Unprotected: Advocacy for Sex Workers During the Pandemic and Beyond

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Over the last six months, OnlyFans has doubled its number of registered users reaching 61 million worldwide. The British peer-to-peer subscription app allows users to create and sell all manner of original content, from lifestyle to porn. The OnlyFans subscription model has bolstered revenue for its popular registered creators, some citing upwards of $100,000 annually while celebrities rake in even more. (Actress Bella Thorne is reportedly earning $2 million from the site.)

Even ass the pandemic, subsequent lockdown, and its multifarious impacts wane, unemployed creatives and influencers have flocked to digital sex work as a way for quick cash, and maybe even a boost in their following. Meanwhile, established sex workers who rely on steady clientele for work and primary income fear losing out with the influx of new digital options.

Sex work has long been a vilified industry fraught with personal risk for its workers. In legal language, sex work is referred to as prostitution and is criminalized across the world, except for New Zealand and a few counties in Nevada. However, a growing movement has been calling for sex work to be included as a part of the larger movement for labor rights. This dates back to at least the liberation movements for queer communities in the 70s and 80s. Today sex work continues to be heavily stigmatized, and sex workers continue to be a vulnerable population facing danger at the hands of health epidemics, targeted policing, and severe cases of physical and sexual assault.

The onset of COVID-19 has exposed the egregious social, political, and institutional inequity and lack of infrastructure that further marginalize vulnerable populations. Since the start of the pandemic, governments around the world have imposed strict measures to contain the spread of the coronavirus, leaving sex workers to face deep health, safety, and economic insecurities. Because sex work remains illegal and unprotected by governmental institutions, sex workers have been denied access to governmental relief programs. The financial burden is only exacerbated by a decrease in regular clientele. In a 2020 survey conducted by the nature Public Health Emergency Collection, participant sex workers reported that with reliable regular clients no longer available “the need for money can sometimes outweigh an ability to vet new clients.” Thus, potentially exposing some sex workers to COVID-19 and HIV/AIDS.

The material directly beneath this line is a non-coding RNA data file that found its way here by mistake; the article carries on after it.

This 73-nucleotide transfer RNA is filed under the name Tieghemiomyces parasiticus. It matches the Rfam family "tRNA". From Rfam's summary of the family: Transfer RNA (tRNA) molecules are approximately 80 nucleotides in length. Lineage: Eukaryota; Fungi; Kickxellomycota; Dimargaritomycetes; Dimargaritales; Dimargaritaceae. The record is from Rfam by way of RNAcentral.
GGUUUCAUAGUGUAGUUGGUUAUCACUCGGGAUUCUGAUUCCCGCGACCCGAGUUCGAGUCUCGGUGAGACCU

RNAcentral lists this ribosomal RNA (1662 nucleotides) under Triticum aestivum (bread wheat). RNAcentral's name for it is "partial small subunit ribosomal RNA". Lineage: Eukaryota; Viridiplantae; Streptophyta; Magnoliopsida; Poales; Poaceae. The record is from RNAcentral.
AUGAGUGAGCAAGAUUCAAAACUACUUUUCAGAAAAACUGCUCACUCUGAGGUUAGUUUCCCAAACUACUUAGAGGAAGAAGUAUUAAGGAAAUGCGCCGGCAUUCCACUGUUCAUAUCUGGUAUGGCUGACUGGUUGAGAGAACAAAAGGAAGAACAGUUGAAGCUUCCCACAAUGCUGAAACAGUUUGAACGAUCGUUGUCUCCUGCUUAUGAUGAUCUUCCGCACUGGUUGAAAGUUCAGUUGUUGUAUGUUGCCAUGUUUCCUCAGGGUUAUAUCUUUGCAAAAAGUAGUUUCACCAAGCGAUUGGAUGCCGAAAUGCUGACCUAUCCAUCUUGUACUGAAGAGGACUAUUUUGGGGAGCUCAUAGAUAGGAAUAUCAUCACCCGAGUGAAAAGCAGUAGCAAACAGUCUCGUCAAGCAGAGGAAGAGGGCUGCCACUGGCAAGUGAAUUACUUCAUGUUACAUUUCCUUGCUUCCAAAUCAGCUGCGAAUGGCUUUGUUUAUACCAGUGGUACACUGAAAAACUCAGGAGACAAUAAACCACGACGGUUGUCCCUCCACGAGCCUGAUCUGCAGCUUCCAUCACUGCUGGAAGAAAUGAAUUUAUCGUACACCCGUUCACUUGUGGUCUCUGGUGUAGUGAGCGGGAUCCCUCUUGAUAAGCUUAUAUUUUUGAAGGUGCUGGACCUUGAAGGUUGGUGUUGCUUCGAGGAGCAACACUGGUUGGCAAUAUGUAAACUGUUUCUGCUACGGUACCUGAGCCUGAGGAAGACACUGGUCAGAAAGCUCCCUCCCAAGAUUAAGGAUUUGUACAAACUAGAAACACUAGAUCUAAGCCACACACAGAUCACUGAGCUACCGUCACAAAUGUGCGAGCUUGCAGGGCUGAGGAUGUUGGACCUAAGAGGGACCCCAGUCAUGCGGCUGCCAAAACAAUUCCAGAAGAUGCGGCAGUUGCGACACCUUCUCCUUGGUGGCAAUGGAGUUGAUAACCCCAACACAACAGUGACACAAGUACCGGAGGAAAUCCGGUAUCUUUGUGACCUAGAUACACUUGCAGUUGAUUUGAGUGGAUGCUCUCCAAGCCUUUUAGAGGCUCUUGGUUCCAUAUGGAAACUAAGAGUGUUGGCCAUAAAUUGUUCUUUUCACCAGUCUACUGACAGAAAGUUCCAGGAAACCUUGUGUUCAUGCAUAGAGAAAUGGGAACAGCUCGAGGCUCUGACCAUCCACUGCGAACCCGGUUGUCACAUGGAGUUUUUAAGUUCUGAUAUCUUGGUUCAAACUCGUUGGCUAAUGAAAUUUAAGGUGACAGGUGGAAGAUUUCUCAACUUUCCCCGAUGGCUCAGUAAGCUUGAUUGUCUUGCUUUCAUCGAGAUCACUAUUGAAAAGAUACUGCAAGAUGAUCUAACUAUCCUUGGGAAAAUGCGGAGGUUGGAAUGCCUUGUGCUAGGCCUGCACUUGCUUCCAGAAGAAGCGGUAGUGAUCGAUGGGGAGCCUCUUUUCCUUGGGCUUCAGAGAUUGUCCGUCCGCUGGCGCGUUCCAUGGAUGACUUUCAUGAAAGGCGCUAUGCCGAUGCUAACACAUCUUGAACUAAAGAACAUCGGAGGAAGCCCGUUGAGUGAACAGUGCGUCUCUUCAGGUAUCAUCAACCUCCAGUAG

So, what does it look like to support sex workers—during the pandemic and beyond? How can we move legislation forward that will protect their rights rather than just chanting “sex work is work” without consequence? The ability of sex workers to protect themselves depends on their work environment, the availability of community support, access to health and social services, and broader aspects of the legal and economic environment.

All people deserve to feel safe. Obviously, access to healthcare and disease prevention must be accessible and safe for all. In order to improve public health outcomes for COVID-19, we must be willing to serve the needs of all people and take into consideration what they do for work and how that work may impact their safety. Why do our jobs dictate the quality of healthcare we receive? What would it look like to institute a “don’t ask, don’t tell” policy for healthcare providers?

Some sex workers’ organizations have developed resources to support community members. In Canada, pan-African ASWA (African Sex Workers Alliance) has developed guides for working during COVID-19; Project X in Singapore has published information on how to deal with stress; Smash in Japan has released a guide to working safely during the pandemic; and Scarlet Alliance in Australia has developed a guide for working online.

It is painful to admit that in an overtly sexual world where sex is used by everyone and for everything from advertising to entertainment to billion-dollar global media conglomerations, the workers who experience the realities of sex labor are left out of society and not afforded the most essential of human needs. Our relationship with sex work and workers speaks to a greater collective dissonance of embodiment—particularly in relation to the policing and surveillance of women-identified bodies.

So where does this leave us? Take your advice from sex workers themselves. As Arabella Sweets reminds us, “reconsider how you can support us, unpack your whorephobia, pay for your porn, and invest in some quality Only Fans from sex workers.”

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